3.NF.2: Understand a fraction as a number on the number line; represent fractions on a number line diagram.
3.NF.2.a: Represent a fraction 1/b on a number line diagram by defining the interval from 0 to 1 as the whole and partitioning it into b equal parts. Recognize that each part has size 1/b and that the endpoint of the part based at 0 locates the number 1/b on the number line.
3.NF.2.b: Represent a fraction a/b on a number line diagram by marking off a lengths 1/b from 0. Recognize that the resulting interval has size a/b and that its endpoint locates the number a/b on the number line.
3.NF.3: Explain equivalence of fractions in special cases, and compare fractions by reasoning about their size.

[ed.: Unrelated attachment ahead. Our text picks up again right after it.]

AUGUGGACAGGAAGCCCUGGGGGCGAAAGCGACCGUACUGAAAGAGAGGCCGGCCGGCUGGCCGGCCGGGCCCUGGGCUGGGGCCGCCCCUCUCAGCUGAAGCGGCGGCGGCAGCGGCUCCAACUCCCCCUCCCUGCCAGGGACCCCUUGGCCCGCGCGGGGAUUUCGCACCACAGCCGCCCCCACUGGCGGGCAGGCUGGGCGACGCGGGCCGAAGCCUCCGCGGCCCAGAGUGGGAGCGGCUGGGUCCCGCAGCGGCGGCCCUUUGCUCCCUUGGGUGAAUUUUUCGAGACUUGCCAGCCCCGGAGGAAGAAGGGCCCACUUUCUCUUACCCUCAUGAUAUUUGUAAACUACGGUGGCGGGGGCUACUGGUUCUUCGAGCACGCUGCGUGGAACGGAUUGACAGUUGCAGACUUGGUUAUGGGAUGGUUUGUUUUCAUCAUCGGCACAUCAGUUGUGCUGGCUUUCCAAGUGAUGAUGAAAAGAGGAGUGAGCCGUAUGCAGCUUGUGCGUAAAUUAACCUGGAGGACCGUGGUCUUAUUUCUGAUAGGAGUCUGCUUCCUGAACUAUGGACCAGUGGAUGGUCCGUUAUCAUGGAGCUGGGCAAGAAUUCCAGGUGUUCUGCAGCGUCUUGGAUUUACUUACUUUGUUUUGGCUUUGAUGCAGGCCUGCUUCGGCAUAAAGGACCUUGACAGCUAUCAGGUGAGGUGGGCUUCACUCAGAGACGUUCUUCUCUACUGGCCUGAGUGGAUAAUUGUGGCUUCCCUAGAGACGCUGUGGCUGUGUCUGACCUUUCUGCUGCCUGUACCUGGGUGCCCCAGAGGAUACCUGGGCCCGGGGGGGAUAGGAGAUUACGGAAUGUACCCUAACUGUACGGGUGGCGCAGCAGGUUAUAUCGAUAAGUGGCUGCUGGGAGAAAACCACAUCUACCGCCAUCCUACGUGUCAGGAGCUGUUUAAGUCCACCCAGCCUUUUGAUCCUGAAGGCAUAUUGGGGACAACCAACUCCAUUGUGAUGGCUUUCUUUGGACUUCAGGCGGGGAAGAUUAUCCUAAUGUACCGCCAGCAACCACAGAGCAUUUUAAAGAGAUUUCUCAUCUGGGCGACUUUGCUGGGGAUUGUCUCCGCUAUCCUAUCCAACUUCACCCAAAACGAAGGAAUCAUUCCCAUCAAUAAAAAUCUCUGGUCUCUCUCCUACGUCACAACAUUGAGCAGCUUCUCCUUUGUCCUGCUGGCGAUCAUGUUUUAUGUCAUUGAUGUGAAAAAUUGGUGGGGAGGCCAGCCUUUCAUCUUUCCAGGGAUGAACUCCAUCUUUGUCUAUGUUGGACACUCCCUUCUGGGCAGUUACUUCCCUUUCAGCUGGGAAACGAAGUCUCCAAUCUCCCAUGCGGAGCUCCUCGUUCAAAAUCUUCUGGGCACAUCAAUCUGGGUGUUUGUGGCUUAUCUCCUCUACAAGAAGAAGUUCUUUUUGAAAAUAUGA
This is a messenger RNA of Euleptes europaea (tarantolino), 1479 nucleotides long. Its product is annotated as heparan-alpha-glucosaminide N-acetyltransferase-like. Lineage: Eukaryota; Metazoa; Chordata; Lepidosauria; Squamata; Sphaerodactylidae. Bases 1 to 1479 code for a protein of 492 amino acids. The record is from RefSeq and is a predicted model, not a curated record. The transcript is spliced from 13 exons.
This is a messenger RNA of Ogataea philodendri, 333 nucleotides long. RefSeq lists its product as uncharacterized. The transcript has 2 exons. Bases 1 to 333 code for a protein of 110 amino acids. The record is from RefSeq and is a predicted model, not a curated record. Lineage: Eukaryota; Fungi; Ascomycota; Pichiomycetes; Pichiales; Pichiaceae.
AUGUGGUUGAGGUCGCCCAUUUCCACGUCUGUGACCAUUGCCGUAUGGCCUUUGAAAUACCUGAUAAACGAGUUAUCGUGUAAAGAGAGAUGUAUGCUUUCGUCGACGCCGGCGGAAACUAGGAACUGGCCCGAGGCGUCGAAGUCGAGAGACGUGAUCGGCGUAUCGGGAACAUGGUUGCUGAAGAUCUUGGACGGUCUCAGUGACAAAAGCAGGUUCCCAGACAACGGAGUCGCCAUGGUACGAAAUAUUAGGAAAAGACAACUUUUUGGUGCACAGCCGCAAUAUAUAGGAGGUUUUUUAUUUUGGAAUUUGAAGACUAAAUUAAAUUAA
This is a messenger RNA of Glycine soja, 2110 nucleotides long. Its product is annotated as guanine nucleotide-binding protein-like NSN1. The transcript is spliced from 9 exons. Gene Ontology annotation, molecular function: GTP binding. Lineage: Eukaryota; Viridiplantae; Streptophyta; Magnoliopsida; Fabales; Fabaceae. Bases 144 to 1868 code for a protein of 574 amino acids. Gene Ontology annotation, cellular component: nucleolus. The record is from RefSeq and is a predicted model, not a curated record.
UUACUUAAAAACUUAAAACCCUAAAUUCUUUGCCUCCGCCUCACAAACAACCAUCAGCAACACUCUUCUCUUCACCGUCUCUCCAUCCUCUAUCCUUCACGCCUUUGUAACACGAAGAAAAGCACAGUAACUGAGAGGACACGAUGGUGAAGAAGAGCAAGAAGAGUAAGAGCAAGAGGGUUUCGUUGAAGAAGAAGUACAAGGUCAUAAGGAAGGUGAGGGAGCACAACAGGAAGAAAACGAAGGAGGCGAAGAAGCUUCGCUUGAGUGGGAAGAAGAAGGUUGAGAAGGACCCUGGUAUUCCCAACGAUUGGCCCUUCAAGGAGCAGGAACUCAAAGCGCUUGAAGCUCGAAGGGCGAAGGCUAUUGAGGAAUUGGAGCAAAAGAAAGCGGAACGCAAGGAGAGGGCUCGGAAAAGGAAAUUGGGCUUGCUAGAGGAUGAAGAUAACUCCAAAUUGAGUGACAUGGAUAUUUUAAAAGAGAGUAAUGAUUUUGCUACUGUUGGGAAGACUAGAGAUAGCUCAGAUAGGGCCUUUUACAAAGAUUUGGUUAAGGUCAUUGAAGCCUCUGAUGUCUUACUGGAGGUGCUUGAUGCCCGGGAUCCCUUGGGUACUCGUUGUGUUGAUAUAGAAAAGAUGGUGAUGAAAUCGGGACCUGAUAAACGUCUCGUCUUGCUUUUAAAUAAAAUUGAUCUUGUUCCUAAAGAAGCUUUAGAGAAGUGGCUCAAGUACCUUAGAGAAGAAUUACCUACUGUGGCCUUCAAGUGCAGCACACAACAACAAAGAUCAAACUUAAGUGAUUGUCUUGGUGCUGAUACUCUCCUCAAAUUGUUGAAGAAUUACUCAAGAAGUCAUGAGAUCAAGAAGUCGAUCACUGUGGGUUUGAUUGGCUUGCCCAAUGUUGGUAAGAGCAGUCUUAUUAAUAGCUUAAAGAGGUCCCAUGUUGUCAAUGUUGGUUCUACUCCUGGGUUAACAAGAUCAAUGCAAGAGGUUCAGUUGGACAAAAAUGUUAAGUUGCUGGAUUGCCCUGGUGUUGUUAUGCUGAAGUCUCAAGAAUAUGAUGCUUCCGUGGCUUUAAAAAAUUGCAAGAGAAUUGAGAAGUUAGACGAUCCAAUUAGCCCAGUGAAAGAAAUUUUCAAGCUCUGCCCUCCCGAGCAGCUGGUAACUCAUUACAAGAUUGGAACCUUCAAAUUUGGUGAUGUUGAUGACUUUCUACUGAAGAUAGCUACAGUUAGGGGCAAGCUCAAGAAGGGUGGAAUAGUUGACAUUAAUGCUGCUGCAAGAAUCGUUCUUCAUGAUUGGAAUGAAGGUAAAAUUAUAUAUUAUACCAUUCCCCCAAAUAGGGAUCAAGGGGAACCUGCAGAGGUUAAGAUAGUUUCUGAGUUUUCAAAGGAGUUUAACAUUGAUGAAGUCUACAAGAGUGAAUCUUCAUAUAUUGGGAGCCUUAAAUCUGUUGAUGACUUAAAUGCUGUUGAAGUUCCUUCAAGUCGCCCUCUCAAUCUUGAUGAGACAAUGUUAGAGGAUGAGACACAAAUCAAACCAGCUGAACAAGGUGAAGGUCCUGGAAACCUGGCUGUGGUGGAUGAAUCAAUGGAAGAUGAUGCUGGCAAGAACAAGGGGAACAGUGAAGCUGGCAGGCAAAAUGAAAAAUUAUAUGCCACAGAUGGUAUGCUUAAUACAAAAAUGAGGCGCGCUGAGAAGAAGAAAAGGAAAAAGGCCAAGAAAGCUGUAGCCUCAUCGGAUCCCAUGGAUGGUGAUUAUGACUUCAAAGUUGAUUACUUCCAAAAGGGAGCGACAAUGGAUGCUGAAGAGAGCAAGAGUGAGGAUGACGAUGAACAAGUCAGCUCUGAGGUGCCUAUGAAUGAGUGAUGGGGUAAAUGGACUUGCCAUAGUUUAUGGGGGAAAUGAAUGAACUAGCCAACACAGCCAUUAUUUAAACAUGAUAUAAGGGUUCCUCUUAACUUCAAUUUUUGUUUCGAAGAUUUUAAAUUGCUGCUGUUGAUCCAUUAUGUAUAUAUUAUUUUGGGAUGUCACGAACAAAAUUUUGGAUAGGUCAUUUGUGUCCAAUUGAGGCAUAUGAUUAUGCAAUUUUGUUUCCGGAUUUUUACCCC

3.NF.3.a: Understand two fractions as equivalent if they are the same size, or the same point on a number line.
3.NF.3.b: Recognize and generate simple equivalent fractions, such as 1/2 = 2/4, 4/6 = 2/3. Explain why the fractions are equivalent by using a visual fraction model, for example.
3.NF.3.c: Express whole numbers as fractions, and recognize fractions that are equivalent to whole numbers.
3.NF.3.d: Compare two fractions with the same numerator or the same denominator by reasoning about their size. Recognize that comparisons are valid only when the two fractions refer to the same whole. Record the results of comparisons with the symbols >, =, or <, and justify the conclusions, for example, by using a visual fraction model.
3.MD.1: Tell and write time to the nearest minute and measure time intervals in minutes. Solve word problems involving addition and subtraction of time intervals in minutes, for example, by representing the problem on a number line diagram.